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Killing Me Softly
Killwaukee? Sad, but True.

My daughter Nyla posted a message on her Facebook page.  It read, “I can’t wait to go to Maine for College.  I have got to get out of Killwaukee.”  I was struck and saddened by her use of a “K” in Milwaukee, but I really couldn’t argue with her or admonish her in any way.  Lately, when the news comes on, it can reflect a dark inner city story, where someone’s life was snuffed out. 

Before May 2013, I had not known anyone personally who had been killed (by a person with a gun) at least not someone near and dear to me.  May and June 2013 changed that for me.  I can no longer boast that gun violence has missed me, rendering me unaffected by what seems to be nightly killings, especially of young black men.

The stories seem to be told rather matter-of-factly as of late also; almost like we expect an overnight shooting and the news is just a confirmation.  We expect the kind of “Self-Destruction” the rap group KRS 1 spoke of in the early '90s; they say if you are not taught to value your life, you cannot value the life of another human.  Black-on-black crime was on the rise then.

We expect the police to act in “self-defense” and take the lives of young suspects, who might happen to be black, unarmed and/or out of breath. And all that is left unfortunately is a grieving family, a makeshift shrine at the location of their death.  It gets dirty, damaged and eventually taken down and then what?  

I think about being shot increasingly more often now.  I fear the agony of my flesh being violently pierced by a lead (steel, silver, or whatever is in them these days) murderer.  I fear struggling to breathe and having that breathing interrupted by a gaping whole in my body, that fills with blood and bubbles as I try to communicate.  Do you?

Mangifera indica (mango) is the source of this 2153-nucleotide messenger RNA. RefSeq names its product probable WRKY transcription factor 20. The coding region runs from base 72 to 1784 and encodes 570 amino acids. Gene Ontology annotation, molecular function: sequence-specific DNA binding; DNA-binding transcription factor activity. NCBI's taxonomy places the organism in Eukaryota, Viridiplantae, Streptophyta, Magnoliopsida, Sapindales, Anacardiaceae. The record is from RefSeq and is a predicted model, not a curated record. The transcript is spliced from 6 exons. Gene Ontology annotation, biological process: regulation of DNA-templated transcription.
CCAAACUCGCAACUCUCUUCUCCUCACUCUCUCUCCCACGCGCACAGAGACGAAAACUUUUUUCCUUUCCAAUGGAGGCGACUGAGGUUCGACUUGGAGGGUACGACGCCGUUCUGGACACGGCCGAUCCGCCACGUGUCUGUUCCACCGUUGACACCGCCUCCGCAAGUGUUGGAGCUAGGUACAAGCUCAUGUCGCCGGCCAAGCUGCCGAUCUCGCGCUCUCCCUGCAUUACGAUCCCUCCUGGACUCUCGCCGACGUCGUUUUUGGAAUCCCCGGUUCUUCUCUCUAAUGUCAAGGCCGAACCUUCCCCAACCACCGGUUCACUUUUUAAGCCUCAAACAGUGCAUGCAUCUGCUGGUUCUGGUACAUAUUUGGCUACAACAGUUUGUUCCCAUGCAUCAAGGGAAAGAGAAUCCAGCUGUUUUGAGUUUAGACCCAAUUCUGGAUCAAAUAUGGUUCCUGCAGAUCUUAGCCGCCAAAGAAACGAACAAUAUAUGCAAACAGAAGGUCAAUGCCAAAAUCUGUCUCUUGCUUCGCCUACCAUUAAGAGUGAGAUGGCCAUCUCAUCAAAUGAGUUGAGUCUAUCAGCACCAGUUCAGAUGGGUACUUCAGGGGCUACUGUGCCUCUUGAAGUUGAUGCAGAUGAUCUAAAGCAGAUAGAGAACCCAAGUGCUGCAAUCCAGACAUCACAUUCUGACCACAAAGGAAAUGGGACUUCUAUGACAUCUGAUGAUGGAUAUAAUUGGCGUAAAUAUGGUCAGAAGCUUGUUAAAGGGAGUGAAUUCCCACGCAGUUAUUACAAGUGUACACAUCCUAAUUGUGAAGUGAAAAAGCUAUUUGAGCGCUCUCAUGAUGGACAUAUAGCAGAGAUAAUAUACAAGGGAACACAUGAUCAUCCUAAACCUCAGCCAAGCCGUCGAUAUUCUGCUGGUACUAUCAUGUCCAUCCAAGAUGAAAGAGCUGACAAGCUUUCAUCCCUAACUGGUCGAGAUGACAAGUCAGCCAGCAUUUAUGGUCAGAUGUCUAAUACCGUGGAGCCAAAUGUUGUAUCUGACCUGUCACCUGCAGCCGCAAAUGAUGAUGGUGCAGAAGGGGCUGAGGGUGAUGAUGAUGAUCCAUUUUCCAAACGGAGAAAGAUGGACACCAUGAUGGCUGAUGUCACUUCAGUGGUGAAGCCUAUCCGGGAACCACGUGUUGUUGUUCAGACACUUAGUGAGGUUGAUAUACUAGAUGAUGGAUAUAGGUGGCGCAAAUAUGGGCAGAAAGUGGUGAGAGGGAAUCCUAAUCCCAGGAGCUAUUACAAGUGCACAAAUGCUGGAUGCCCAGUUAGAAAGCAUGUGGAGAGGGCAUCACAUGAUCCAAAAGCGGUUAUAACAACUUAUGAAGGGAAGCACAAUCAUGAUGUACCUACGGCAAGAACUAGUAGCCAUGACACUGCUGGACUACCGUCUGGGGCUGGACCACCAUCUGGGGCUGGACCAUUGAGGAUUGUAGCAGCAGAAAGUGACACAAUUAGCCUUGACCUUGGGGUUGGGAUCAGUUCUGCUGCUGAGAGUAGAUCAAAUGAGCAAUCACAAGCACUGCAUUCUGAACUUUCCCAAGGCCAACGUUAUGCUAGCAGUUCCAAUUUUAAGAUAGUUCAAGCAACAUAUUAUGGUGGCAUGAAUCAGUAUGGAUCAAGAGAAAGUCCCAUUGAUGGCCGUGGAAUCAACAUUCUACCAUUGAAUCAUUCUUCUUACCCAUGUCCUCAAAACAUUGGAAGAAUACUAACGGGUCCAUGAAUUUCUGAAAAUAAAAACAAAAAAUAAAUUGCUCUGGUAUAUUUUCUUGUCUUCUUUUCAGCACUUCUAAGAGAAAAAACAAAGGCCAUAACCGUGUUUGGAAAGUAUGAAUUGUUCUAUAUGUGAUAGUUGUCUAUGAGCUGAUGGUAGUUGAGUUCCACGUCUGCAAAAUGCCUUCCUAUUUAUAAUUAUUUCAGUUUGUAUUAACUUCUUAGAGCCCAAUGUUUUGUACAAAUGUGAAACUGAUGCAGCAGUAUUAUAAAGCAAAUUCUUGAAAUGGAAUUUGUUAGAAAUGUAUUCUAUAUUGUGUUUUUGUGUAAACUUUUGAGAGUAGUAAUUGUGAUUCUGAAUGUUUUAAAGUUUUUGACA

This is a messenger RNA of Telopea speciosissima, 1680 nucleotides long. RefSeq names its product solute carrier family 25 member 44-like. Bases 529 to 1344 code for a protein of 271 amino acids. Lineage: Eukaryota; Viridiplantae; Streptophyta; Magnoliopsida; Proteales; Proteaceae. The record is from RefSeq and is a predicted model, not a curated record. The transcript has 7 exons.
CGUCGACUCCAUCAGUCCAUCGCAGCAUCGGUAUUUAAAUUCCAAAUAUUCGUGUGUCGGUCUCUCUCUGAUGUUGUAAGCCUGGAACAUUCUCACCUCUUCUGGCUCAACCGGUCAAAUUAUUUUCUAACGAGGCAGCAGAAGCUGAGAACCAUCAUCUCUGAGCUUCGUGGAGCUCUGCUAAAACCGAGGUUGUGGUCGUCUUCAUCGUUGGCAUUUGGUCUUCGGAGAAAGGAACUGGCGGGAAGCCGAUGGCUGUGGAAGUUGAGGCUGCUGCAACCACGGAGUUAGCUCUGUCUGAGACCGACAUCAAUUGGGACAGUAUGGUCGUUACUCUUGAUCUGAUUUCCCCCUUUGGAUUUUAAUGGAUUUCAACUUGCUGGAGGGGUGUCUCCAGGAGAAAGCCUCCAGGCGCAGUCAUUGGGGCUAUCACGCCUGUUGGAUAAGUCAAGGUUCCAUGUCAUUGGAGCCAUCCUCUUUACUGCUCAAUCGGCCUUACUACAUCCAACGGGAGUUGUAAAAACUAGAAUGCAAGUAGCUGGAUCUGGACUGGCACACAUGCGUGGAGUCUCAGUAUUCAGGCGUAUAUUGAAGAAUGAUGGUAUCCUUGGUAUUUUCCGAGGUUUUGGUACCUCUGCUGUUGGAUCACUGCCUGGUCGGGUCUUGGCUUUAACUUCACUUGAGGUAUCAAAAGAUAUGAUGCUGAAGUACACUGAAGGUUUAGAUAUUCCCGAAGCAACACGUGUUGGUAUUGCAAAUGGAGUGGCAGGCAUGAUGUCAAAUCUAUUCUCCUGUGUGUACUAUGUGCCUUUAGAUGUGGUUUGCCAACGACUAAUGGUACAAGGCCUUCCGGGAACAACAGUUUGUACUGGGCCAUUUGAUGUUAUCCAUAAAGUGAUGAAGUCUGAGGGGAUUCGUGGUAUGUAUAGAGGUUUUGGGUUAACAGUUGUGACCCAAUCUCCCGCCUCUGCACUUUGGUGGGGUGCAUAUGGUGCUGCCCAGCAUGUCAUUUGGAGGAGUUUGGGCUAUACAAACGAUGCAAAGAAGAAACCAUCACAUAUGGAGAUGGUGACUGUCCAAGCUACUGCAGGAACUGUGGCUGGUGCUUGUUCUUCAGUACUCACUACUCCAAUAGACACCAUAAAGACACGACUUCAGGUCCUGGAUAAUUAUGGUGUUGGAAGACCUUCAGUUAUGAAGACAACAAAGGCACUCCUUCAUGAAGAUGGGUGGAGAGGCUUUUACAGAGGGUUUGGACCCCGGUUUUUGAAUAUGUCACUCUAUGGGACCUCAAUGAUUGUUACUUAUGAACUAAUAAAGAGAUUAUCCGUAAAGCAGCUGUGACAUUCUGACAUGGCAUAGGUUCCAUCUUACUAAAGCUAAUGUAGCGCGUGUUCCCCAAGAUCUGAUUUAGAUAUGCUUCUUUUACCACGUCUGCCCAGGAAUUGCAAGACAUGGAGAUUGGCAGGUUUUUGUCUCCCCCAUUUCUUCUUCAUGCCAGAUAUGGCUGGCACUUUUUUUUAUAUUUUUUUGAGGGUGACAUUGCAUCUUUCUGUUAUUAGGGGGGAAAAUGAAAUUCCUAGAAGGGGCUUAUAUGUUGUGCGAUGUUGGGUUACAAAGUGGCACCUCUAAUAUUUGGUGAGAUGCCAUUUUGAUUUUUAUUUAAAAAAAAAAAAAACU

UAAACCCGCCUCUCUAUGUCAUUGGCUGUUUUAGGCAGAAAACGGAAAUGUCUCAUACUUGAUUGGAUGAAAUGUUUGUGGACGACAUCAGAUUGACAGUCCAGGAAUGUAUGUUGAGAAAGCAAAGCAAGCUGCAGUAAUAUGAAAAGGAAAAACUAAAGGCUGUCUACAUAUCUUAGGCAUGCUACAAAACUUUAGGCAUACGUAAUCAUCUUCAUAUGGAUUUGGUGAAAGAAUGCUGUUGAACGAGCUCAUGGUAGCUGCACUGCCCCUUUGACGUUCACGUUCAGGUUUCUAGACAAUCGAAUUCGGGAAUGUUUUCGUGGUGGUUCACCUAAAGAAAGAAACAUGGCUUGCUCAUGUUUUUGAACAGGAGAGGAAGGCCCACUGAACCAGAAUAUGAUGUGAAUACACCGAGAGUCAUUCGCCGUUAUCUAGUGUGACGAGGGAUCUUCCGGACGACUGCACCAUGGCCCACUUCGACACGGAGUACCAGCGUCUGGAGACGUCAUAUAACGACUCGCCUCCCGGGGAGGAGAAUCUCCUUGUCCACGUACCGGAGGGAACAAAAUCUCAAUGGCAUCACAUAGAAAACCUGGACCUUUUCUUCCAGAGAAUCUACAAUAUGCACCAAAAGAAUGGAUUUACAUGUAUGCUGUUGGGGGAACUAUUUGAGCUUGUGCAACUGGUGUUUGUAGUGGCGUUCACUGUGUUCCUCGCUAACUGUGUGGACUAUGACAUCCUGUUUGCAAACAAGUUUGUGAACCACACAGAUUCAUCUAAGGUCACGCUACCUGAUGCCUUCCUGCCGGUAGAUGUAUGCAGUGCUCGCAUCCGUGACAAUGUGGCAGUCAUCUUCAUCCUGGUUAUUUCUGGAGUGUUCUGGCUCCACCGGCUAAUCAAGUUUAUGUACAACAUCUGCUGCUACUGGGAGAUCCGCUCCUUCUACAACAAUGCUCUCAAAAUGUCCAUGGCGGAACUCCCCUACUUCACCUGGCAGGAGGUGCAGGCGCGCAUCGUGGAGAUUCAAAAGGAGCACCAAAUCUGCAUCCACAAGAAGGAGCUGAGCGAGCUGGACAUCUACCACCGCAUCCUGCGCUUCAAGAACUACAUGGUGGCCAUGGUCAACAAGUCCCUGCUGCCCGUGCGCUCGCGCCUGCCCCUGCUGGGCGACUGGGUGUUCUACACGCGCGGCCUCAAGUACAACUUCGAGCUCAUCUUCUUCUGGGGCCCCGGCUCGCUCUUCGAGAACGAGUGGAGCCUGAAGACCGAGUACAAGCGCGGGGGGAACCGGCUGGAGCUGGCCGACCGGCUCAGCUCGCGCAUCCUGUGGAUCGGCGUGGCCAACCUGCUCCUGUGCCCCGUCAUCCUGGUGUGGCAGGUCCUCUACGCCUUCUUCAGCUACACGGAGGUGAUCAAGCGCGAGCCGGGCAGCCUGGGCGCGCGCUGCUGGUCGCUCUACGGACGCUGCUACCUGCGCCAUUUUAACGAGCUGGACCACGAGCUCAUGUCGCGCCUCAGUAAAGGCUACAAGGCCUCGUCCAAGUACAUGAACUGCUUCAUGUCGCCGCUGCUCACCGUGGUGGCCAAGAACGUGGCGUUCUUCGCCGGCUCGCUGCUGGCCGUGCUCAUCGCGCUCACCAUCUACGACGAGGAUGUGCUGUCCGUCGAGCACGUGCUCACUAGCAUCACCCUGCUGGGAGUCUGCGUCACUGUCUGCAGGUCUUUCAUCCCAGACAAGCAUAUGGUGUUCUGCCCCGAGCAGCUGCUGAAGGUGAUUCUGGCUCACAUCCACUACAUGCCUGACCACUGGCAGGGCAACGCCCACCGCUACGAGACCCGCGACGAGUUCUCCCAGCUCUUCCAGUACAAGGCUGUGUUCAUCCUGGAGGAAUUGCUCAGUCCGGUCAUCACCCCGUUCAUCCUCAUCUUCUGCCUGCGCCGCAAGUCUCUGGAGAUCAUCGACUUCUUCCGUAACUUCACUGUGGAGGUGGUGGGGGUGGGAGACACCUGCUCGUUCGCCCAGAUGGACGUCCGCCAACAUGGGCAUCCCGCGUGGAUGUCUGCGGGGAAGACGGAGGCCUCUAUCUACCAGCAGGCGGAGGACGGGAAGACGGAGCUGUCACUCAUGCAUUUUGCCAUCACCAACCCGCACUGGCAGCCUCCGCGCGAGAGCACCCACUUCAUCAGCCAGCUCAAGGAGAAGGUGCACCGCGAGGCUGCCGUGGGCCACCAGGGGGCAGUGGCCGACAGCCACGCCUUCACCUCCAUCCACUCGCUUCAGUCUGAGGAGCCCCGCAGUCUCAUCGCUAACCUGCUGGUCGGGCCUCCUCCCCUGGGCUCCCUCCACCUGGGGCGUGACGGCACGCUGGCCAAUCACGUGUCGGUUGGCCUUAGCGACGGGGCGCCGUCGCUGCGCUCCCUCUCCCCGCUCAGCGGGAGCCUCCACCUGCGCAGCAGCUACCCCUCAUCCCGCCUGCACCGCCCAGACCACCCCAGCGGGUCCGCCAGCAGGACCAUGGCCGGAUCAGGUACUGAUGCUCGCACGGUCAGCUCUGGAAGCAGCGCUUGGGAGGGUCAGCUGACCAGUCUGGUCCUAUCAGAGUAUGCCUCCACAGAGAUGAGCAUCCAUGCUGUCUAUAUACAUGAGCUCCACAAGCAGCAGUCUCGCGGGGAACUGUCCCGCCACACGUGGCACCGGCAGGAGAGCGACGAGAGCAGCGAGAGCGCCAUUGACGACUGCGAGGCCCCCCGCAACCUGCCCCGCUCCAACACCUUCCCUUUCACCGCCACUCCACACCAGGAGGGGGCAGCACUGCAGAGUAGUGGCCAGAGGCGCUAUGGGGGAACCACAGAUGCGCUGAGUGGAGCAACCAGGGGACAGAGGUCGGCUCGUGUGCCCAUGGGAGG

Perhaps if you live in Oconomowoc, Brookfield, or Mequon, you rarely think of it.  But I think of it often, because these days you don’t have to be doing anything wrong, to take a bullet in the chest and die.  You don’t have to be in a gang, or a drug dealer, or thugged out criminal to be shot by a lifeless person with a gun.  

You can be a little girl playing in your yard and be gunned down.  You can be visiting a friend and be seared by a hot bullet.  You can be walking in a public park with your girlfriend and her little brother, and be shot.  You can be verbally defending a friend, and be shot – at 9 a.m. in the morning in a neighborhood where you live, play and love.  Often these neighborhoods don’t love you reciprocally.

I wish harm on no one, but I do wonder if young men in Mequon started shooting each other, if we would just sit by idly and watch the news unravel it all for us.  If in Pewaukee, there was a shooting a night; what would be done?  I’ll bet something would be done.  I am by no means calling for something to be done.  That is a call “I” alone cannot make.  I am merely examining, out loud, the marked difference between local cities and the lives valued therein.

In May and In June, two people I knew and cared for were shot down like nobodies.  Both in the daytime.  Both unarmed.  Both black.  Both under the age of 30.  One was killed in an area that used to house Elephants, Giraffes and other “wild animals.” 

The other was killed in an area, affectionately I’m sure, deemed the “Zoo.”  Most agree, the definition of a Zoo, is a collection of wild animals, a menagerie.  Burleigh Street is not a zoo.  Human beings, who work, care for their children, pay taxes, strive to get ahead, get married, and graduate live on Burleigh Street. 

This blog post is not about gun control, because the people with guns who need to be controlled don’t buy them legally and after a background check. 

I’ve come to terms with this…We care about certain people in this city.  We don’t care about others.  I joke that I’d like to take flight and move out to the safety of the suburbs, but I am afraid if I did, those around me there would just take flight farther away, because to many of them, because of my face…my race… I look like crime. 

Really, I’d just like to see us wake up and wise up with regard to the precious nature of a human life, whether it is a police officer in fear of his own life or a "brotha" trying to save his own life, the use of guns in the equation is just too easy and too final. 

Perhaps a return to days of drill teams at the roller skating arena, the “Palace” and dance groups where young black men competed for credibility (Pink Lace, Mack Funk, Treble Funk – oh where are they now).  Or maybe the days of Grease, where we raced for pink slips.  Or maybe even a time where one could be challenged (and could opt out of the challenge) to a duel (illegal in Wisconsin since the '70s). 

Like in Freddy Krueger’s movies, I am afraid to go to sleep these days.  I am afraid because I am fairly sure that someone will die, at the hands of a creep with a gun, while I slumber. 

It doesn’t matter to me if I know them or not.  It hurts and it is scary, not just for me but my daughter too – who has seen too much killing in the Mil.

 

 

 

 





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